Café: What inspired you to follow in your father's footsteps as a property master?
|Don Nunley on the Le Mans set.|
Café: How did you first meet Steve McQueen?
|Steve McQueen in 1971.|
DN: I met Steve McQueen on the set of Wanted: Dead or Alive. We weren't formally introduced. It was more of an acknowledgment of each other while I was working as part of the set-dressing crew for the series.
Café: When production designer Phil Abramson fell ill, you replaced him on Le Mans. What additional duties did that involve? Was any there discussion of you receiving a credit for your production design work?
DN: When Phil left the picture, we were well into production. Most of the locations had already been chosen since most of the film was shot on the Le Mans circuit itself. There were still a few sets to dress and, of course, the big one was the paddock that had to be re-created after Steve's refusal to be filmed walking through it on the actual day of the race. I never asked, nor did I expect, to take Phil's credit from him. I know the studio appreciated what I did and that was enough.
Café: What led to the two-week production shutdown on Le Mans and the departure of director John Sturges?
|Director John Sturges.|
Café: Next to Steve McQueen's erratic behavior, what was your biggest challenge with making Le Mans?
DN: I would say matching the cars for the particular hour of the race we were shooting each day. The cars changed dramatically from hour one to hour 24. We wouldn't get our marching orders until the night before as to what we would be shooting the next day. This picture had no shooting schedule as a normal picture would have had.
Café: You mention in your book that one of the Heuer watches worn by Steve McQueen in Le Mans fetched $800,000 at an auction many years later. What was your role in those watches being featured in the film?
|The Heuer Monaco.|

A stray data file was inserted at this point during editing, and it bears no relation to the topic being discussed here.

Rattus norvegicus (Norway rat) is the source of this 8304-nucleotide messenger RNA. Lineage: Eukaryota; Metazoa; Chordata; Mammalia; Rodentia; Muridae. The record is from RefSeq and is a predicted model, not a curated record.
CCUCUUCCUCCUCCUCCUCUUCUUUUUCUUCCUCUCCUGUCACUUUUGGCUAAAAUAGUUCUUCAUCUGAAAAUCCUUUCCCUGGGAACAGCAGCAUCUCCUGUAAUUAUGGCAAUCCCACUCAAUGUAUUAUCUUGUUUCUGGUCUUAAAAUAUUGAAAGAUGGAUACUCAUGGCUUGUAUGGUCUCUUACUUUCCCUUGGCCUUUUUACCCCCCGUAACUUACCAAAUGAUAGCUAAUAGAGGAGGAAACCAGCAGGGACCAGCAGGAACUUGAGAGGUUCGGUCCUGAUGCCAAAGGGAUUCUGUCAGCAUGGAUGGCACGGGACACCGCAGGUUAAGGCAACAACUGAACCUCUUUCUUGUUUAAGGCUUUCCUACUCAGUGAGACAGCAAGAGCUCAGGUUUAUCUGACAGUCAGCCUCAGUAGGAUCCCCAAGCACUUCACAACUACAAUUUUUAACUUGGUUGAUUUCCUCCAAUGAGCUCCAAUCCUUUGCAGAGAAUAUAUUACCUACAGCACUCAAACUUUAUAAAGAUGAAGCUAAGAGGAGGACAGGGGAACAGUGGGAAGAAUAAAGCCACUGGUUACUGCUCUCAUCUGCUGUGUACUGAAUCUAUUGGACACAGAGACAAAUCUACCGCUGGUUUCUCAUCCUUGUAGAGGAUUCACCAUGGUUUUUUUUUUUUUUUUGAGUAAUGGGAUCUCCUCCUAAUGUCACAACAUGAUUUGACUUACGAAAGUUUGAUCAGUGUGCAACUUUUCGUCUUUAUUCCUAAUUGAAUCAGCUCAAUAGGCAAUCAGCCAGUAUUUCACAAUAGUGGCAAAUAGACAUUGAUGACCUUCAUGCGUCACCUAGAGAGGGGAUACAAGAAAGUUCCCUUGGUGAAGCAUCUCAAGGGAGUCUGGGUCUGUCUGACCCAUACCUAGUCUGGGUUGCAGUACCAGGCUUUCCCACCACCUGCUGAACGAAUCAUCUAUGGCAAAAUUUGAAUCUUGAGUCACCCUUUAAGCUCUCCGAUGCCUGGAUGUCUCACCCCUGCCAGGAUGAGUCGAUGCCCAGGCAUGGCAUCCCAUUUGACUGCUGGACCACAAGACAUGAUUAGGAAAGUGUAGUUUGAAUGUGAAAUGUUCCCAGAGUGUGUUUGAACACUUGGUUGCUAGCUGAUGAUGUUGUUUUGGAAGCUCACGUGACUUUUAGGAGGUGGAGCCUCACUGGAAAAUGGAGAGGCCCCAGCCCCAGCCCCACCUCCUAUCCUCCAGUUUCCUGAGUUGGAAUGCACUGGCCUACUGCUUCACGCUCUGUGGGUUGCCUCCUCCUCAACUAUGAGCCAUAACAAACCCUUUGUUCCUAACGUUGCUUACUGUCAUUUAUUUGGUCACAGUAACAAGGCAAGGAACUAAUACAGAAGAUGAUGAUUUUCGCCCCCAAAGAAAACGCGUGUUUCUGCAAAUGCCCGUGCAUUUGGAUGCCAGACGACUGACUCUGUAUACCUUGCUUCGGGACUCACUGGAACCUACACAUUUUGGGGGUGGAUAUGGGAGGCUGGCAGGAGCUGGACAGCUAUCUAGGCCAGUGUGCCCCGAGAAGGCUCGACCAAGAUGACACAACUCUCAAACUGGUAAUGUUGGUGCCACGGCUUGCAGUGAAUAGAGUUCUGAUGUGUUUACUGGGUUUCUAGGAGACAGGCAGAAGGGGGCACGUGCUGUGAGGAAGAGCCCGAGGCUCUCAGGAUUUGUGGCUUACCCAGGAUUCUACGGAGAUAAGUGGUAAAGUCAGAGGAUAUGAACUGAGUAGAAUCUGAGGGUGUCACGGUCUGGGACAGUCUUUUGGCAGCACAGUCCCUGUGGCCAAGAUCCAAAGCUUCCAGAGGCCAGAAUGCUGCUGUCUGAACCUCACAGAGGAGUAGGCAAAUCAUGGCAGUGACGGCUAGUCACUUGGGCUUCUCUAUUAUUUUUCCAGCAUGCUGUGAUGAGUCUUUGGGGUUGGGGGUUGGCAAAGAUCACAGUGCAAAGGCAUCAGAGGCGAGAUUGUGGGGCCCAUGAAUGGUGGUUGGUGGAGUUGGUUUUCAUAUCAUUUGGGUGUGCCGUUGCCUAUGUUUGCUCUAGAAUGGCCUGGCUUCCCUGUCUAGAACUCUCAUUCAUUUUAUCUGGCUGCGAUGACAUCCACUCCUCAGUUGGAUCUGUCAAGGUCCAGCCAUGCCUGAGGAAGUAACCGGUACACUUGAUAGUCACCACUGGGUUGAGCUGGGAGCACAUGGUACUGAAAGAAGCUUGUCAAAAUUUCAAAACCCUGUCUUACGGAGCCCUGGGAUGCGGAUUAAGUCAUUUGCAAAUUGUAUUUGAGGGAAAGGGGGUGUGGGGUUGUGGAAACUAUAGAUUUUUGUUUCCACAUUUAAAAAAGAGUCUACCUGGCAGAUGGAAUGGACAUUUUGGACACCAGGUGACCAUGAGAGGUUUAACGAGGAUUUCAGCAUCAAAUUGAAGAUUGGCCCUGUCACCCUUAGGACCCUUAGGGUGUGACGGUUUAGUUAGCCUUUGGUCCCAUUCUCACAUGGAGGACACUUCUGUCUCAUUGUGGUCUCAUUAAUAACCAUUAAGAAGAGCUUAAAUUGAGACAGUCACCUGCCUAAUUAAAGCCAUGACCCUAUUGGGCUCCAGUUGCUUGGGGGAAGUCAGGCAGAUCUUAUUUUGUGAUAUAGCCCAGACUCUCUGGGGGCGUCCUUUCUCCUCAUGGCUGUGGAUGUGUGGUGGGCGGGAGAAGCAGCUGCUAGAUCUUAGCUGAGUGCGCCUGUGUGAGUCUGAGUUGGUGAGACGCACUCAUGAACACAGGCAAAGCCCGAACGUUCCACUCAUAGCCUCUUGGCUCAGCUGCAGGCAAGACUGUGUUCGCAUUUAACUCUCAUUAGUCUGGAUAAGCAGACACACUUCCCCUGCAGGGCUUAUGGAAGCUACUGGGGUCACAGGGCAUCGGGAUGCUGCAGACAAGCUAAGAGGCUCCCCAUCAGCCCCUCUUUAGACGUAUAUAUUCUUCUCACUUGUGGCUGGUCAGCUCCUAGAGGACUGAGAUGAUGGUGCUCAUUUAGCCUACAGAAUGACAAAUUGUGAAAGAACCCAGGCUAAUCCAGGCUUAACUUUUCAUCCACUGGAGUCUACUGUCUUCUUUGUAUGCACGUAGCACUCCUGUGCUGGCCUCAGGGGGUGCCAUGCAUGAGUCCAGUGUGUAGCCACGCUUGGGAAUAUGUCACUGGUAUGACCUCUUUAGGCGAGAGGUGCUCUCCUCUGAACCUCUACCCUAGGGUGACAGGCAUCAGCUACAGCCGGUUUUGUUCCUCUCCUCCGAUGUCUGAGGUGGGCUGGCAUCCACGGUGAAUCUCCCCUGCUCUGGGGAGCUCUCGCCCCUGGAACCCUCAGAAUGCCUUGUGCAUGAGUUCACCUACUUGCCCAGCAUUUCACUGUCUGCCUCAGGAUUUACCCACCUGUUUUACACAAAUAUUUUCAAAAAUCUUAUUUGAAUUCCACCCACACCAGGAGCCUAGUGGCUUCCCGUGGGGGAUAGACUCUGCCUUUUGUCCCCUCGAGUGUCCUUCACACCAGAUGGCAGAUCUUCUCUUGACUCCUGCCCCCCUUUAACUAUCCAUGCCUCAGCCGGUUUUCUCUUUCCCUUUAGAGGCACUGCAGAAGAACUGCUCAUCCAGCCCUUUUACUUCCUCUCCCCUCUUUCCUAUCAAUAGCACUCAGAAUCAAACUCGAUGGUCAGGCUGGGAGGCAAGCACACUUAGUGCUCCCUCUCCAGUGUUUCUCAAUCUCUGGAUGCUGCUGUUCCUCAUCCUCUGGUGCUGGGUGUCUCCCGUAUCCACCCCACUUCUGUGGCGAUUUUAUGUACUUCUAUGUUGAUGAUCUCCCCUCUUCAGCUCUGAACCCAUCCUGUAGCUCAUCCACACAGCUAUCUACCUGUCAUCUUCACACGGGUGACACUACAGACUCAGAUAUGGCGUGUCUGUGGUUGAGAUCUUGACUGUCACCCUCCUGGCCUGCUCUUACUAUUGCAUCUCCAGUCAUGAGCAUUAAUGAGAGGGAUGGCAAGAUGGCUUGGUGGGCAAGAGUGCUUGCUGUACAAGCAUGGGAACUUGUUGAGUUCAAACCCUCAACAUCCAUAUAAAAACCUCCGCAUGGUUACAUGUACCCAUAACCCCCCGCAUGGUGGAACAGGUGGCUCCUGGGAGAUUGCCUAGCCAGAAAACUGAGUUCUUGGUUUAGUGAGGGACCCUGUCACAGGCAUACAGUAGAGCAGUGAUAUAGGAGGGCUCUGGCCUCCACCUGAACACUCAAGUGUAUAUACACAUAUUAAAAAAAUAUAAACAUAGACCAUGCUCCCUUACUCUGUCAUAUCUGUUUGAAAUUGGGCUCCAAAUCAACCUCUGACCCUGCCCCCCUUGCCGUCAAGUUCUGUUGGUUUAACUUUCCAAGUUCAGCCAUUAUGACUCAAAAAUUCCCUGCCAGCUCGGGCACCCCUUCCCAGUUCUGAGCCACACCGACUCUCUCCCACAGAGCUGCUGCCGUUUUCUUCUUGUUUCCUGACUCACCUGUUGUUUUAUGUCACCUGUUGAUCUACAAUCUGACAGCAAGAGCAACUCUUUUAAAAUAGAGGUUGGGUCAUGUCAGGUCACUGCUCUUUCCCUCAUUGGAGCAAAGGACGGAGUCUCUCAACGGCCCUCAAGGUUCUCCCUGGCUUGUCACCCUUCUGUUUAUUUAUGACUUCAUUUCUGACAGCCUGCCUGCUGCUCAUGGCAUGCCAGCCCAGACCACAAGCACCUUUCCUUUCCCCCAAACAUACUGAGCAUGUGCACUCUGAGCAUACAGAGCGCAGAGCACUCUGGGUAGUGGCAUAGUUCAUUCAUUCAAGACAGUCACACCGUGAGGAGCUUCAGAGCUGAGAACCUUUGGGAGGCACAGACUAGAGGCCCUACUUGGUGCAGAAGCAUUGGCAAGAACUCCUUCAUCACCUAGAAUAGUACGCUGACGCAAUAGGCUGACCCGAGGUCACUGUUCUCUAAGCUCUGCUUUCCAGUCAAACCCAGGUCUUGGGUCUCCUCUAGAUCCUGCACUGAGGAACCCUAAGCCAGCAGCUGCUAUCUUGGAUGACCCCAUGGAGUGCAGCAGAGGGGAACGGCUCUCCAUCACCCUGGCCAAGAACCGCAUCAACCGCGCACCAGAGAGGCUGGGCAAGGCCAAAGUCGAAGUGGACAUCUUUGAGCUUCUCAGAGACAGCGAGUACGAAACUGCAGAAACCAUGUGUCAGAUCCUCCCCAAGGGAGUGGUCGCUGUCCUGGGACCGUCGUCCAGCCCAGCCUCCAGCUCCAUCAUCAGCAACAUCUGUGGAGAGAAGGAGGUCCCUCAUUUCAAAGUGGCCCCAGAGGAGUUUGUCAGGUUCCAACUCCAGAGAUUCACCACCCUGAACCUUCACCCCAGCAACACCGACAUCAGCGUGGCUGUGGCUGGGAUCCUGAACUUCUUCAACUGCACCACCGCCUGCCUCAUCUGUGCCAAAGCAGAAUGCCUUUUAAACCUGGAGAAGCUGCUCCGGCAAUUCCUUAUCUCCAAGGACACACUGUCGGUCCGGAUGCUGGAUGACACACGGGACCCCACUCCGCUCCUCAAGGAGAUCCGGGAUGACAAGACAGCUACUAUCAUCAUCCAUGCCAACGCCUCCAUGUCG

Café: Looking back over his career, what is your final assessment of Steve McQueen--both as an actor on the silver screen as well as a person you worked with on the set?
|Steve McQueen and Don Nunley (center).|
Café: You were involved in a host of other famous films, including Little Big Man, The Scalphunters, and The List of Adrian Messenger (one of our faves). What was your favorite movie that you worked on and why?
|Dustin Hoffman in Little Big Man.|
Café: Finally, your filmography includes one acting credit as "Doctor" in the 1983 Kirk Douglas movie Eddie Macon's Run. There's got to be a story there, right?
DN: In Eddie Macon's Run, I became an actor by default. It turned out that the actor chosen to play a doctor could not remember his lines. Out of frustration, the director, Jeff Kanew, turned around, looked at me and asked: "Can you remember the lines?" By then, I think everyone on the set--except for that actor--knew the lines. I put on the doctor's coat, grabbed a prop stethoscope and somehow did a page of dialogue in one take. I still receive about two dollars a year in residuals. So much for my acting career.
All photos are from the book Steve McQueen: Le Mans in the Rearview Mirror (except for the one from Little Big Man). Don Nunley's book was published by Dalton Watson Fine Books.